TheCircusoftheDamned_500x750Magician Gilbert Blake has spent his entire life conning drunkards in the seediest pubs in the darkest towns, careful to hide the true depths of his power. But when he spends a little too much time in Shadowsea and the infamous slumlord Count Reuben gets wind of his abilities, hiding within the Circus of the Damned may be Gilbert’s only chance at survival.

But there’s more to the Circus than meets the eye. Every time a performer dies, a new one must take his place, or the entire circus suffers the consequences. And while the handsome ringmaster Jesse isn’t one to coerce unwilling performers into giving up their souls to the devil, a recent death in their ranks makes Gilbert exactly what they need.

Yet the longer Gilbert stays with the Circus, the more danger he seems to bring them. Being with Jesse is more than Gilbert could have hoped for, but as Count Reuben’s men continue to search for Gilbert and the Circus loses another performer, they all face running out of time long before the Devil claims his due.

First of all, I had very high expectations of this book, since I absolutely loved   “Devil at the Crossroads by Cornelia Grey. Unfortunately, this book didn’t quite manage to live up to my expectations.

But let’s talk about the things I liked first. Once again, Cornelia Grey gave the trope of the “deal with the devil” an interesting and unique twist. The descriptions of the circus were full of loving details that made the whole setting come alive. I could practically breathe the circus air and see myself talking to all those unusual and strange circus performers.

I could easily relate to the protagonists and found myself head over heels for Gilbert within a few words. Gilbert is a real man – he drinks, he gambles (and cheats), he’s got a foul mouth and doesn’t mind the occasional brawl and he’s absolutely unapologetic about it. He openly admits that his pet mouse is probably a lot more intelligent than him and saved his ass on more than one occasion. I loved how Miss Grey gave even Gilbert’s mouse her own distinct characteristics.

The plot was fascinating from the very beginning. There’s tons of actions and the love story between Gilbert and Jesse develops as more of a side product, which is a huge bonus for me because I love stories with lots of plot and little romance. Once the sex did happen, it wasn’t simply hot. It was sensual and very erotic, even if the action itself was mostly vanilla. The UST up to that point alone had me drooling. Miss Grey definitely knows how to write sex! I loved that there were no sappy declarations of love. Gilbert is a man of action, so he acted and didn’t talk.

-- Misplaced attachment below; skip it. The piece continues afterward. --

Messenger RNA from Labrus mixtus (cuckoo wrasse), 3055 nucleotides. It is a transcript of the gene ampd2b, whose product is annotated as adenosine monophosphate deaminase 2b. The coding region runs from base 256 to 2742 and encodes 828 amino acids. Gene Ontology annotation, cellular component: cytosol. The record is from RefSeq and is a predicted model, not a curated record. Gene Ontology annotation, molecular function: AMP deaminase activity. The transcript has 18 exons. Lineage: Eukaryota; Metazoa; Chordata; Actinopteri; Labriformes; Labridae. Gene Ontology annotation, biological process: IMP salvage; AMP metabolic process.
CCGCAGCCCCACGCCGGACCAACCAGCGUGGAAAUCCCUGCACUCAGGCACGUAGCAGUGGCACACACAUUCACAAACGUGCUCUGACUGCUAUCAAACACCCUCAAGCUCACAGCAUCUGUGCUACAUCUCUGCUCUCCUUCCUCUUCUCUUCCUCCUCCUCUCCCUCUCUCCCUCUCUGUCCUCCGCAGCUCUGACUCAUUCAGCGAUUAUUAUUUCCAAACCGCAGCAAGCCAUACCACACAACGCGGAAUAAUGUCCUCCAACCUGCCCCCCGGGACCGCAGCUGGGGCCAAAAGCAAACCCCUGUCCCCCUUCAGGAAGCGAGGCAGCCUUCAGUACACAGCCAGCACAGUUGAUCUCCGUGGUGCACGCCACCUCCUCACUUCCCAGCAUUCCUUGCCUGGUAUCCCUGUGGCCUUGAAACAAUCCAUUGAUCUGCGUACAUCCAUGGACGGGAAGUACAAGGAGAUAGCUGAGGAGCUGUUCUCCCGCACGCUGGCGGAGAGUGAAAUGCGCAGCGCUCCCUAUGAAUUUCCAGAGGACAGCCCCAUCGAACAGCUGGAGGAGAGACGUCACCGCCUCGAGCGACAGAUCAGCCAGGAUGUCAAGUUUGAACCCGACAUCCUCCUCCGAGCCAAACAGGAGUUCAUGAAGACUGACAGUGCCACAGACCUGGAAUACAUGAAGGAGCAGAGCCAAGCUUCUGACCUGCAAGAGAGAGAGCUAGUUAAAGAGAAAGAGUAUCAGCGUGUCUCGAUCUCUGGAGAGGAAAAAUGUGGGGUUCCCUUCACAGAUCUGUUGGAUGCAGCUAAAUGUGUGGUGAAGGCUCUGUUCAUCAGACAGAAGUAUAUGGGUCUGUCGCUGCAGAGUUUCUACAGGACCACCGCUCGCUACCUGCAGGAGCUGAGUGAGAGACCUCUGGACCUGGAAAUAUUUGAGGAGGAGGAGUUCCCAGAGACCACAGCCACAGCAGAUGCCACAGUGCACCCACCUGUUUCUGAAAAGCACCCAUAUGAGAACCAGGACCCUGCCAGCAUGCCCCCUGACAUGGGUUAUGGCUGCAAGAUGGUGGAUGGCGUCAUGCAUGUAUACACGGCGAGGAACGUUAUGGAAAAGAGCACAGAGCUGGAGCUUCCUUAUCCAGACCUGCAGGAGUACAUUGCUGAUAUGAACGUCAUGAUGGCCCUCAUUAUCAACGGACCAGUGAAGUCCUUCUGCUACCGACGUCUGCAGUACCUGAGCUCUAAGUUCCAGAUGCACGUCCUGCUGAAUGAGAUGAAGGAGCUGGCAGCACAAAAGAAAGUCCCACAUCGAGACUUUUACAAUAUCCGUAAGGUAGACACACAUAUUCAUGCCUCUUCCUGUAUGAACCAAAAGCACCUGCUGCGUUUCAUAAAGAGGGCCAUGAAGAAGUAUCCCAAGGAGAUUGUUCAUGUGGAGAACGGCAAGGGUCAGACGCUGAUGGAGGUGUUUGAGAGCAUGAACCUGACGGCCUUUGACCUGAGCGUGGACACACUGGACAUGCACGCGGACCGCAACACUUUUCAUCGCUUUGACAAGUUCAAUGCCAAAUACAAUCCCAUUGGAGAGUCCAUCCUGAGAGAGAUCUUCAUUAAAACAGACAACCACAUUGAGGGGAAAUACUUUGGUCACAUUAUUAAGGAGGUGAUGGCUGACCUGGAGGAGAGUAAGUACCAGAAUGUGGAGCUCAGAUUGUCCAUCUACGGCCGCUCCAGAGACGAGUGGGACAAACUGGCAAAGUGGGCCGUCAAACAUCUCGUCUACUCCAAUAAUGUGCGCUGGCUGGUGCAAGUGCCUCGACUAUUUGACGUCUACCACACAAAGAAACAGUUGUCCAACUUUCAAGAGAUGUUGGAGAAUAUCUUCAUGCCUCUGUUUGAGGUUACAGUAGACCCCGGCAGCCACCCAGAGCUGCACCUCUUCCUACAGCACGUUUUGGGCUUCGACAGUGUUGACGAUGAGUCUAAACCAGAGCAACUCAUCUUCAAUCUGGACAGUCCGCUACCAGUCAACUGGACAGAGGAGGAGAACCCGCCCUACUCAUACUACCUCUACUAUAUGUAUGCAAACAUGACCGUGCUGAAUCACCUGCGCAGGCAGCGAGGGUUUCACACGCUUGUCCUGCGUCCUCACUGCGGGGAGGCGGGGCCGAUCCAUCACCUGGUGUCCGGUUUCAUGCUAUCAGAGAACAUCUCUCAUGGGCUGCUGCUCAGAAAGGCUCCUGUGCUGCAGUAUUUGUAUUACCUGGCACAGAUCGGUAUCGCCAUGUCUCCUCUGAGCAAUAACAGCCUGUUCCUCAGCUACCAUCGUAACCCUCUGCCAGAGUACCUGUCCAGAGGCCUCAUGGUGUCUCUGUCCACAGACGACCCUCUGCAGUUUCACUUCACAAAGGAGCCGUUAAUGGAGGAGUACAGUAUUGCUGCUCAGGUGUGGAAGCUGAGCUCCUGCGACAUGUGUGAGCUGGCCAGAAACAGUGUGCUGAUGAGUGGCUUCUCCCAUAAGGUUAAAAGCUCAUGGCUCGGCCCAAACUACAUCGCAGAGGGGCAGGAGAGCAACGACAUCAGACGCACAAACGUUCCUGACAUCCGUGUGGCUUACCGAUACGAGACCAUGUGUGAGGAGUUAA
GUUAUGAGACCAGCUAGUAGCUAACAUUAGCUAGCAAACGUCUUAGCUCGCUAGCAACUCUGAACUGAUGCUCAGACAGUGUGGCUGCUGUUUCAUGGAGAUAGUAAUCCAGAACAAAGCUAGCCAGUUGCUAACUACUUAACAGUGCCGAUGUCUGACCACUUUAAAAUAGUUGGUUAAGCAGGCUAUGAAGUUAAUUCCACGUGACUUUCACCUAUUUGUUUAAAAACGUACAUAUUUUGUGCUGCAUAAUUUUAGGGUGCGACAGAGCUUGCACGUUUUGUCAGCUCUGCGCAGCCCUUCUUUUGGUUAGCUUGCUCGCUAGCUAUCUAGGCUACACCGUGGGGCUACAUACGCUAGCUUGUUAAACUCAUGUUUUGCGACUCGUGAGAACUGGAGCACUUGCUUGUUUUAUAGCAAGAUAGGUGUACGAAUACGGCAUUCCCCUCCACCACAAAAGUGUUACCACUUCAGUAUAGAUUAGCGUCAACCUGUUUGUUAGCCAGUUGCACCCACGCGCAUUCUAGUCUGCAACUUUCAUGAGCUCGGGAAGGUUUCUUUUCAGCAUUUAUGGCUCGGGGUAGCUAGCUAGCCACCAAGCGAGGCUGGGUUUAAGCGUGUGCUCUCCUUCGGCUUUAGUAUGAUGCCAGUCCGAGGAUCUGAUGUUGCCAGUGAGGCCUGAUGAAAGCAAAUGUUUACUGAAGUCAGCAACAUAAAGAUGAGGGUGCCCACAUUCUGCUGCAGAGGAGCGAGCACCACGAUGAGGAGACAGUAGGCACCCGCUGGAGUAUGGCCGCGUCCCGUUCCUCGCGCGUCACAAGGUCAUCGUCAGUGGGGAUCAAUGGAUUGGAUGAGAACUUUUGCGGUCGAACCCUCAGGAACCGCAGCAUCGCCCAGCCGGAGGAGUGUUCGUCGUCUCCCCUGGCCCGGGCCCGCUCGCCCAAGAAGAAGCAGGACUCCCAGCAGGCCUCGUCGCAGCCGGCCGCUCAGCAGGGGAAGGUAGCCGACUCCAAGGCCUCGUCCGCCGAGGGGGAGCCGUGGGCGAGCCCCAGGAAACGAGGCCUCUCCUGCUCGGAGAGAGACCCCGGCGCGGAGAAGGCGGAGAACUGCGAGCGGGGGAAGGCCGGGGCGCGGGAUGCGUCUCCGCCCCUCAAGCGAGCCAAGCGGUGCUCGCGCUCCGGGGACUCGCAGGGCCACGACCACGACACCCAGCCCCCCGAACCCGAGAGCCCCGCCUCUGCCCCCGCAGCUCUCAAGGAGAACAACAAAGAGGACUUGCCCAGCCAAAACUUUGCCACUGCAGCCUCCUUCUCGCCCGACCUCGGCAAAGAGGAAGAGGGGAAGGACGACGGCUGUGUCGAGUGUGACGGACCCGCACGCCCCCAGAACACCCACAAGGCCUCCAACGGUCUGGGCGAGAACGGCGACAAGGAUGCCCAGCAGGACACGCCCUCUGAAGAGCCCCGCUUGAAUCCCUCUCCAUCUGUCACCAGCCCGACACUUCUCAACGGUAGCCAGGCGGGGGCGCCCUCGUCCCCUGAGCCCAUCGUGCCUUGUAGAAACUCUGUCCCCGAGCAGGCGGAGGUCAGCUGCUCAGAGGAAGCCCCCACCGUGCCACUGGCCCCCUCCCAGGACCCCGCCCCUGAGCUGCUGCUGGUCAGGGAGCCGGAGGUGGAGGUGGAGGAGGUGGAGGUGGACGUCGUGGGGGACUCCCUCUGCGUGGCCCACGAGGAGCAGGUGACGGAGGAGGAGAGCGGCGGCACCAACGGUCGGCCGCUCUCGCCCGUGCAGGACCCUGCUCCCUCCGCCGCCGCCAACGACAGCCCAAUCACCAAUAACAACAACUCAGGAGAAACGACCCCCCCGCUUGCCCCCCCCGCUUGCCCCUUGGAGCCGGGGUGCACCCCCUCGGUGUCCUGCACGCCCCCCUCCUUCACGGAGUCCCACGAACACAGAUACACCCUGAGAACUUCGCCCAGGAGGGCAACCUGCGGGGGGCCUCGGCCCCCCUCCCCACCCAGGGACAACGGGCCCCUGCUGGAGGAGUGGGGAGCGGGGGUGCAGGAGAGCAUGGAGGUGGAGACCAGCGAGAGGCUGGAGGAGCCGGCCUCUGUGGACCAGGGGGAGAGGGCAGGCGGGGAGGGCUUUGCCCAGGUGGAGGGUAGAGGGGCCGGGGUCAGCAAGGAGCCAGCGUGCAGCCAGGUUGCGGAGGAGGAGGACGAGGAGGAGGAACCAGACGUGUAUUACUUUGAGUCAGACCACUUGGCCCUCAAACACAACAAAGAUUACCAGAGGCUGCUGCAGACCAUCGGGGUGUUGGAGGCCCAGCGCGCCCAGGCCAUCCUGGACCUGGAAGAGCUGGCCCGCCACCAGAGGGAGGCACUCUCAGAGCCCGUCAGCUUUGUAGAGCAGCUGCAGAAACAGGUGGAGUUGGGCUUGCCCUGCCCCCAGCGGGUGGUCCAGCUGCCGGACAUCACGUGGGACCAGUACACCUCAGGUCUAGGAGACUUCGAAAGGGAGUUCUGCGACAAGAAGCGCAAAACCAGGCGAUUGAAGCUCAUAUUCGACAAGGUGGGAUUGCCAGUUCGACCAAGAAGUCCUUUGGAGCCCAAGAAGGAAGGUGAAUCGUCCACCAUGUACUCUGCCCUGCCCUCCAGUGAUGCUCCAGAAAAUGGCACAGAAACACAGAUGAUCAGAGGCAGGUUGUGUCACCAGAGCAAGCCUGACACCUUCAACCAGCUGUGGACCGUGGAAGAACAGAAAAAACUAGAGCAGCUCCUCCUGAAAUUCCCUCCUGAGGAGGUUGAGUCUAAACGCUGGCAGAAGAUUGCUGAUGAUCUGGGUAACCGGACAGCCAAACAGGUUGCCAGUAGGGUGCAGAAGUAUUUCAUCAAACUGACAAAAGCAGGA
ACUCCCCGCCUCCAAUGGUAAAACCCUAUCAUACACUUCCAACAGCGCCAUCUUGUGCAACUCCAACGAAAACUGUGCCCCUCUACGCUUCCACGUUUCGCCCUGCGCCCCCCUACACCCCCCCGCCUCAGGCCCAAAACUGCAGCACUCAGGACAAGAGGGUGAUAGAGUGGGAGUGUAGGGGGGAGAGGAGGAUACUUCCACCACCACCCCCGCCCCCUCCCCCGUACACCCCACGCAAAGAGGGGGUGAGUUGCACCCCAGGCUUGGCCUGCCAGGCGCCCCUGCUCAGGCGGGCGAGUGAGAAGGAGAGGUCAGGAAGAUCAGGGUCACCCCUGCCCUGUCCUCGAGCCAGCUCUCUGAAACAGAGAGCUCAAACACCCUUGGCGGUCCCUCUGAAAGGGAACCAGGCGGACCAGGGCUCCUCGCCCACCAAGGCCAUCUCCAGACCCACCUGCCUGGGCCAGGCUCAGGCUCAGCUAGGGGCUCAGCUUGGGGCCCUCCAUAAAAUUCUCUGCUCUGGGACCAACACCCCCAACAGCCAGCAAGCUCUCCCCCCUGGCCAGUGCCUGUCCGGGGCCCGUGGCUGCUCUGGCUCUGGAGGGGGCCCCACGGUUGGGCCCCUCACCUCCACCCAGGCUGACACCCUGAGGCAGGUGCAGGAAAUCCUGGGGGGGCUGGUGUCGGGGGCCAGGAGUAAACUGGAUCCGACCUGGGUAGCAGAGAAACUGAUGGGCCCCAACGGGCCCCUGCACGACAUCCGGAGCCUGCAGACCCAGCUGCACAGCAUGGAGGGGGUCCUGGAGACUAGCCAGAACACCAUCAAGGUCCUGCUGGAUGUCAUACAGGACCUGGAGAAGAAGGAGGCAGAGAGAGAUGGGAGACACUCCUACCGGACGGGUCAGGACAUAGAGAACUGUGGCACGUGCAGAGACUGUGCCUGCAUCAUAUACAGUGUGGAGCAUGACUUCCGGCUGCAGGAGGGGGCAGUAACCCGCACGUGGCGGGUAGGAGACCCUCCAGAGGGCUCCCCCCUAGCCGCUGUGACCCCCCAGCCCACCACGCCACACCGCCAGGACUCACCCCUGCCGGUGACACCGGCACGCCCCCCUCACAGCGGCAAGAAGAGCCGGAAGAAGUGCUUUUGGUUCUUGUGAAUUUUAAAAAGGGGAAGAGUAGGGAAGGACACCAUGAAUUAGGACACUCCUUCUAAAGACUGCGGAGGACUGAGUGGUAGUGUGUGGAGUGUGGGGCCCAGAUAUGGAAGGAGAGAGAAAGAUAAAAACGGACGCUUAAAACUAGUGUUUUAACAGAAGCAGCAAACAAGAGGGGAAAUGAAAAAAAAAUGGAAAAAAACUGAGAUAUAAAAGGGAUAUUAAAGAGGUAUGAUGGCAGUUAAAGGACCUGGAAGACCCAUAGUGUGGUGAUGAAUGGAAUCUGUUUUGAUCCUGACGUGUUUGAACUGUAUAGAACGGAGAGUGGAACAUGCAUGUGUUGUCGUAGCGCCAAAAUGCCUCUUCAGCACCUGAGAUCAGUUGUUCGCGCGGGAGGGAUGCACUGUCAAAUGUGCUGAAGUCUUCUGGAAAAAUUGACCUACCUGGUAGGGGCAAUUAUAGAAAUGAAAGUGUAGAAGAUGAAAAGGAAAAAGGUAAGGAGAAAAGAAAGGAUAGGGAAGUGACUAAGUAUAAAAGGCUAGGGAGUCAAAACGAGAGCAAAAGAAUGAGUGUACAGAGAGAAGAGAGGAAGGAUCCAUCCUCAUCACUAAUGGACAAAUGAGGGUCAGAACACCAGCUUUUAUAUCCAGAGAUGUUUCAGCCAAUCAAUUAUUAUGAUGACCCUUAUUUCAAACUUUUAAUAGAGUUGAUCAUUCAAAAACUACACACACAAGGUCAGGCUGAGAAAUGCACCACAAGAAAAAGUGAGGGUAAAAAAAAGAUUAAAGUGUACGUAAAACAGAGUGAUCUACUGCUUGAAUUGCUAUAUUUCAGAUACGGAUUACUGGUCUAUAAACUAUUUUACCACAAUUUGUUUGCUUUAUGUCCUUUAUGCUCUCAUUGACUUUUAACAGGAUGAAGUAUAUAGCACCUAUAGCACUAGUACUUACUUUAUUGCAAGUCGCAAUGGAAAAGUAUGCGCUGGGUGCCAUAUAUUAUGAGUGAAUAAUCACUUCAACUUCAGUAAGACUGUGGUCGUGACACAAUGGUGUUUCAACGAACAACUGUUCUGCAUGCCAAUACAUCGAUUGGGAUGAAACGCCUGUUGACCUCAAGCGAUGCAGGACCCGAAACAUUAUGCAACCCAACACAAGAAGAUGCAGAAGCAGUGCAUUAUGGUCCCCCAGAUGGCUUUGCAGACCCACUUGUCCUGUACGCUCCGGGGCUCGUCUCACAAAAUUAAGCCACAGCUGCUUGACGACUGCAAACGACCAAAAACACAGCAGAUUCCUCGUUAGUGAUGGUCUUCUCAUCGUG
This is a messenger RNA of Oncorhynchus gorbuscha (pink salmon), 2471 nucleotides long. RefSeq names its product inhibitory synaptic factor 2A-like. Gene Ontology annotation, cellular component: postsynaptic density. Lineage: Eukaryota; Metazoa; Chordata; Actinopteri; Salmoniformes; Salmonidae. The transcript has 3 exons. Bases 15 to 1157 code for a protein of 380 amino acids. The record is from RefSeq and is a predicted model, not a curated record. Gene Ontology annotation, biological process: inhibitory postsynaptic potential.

Unfortunately, the minor characters didn’t get quite as much love as the protagonists did. Sure, there are lots of weird and unique people, but overall I would have loved to find out more about them. A few more conversations between Gilbert and the other circus performers would have been nice.

The world building was a little disappointing as well. There were some very interesting concepts there, but the bigger picture kind of fell flat. I couldn’t tell if this was a completely different world or if it was a kind of historical AU. That was a real shame.

To sum it up, “The Circus of the Damned” was a very enjoyable read. I’m hoping for a sequel so we get to find out more about the world and the side characters.

Cover  by Kanaxa is one of the best I’ve ever seen. I’d love to have this book as a paperback, simply because it would look so amazing in my real bookshelf. It’s definitely the best of the series.

Sales Links:  Riptide Publishing | ARe | Amazon

Book details:

ebook, 347 pages
Published November 3rd 2014 by Riptide Publishing
Original TitleCircus of the Damned (A Deal with a Devil Story)
ISBN139781626491656
Edition LanguageEnglish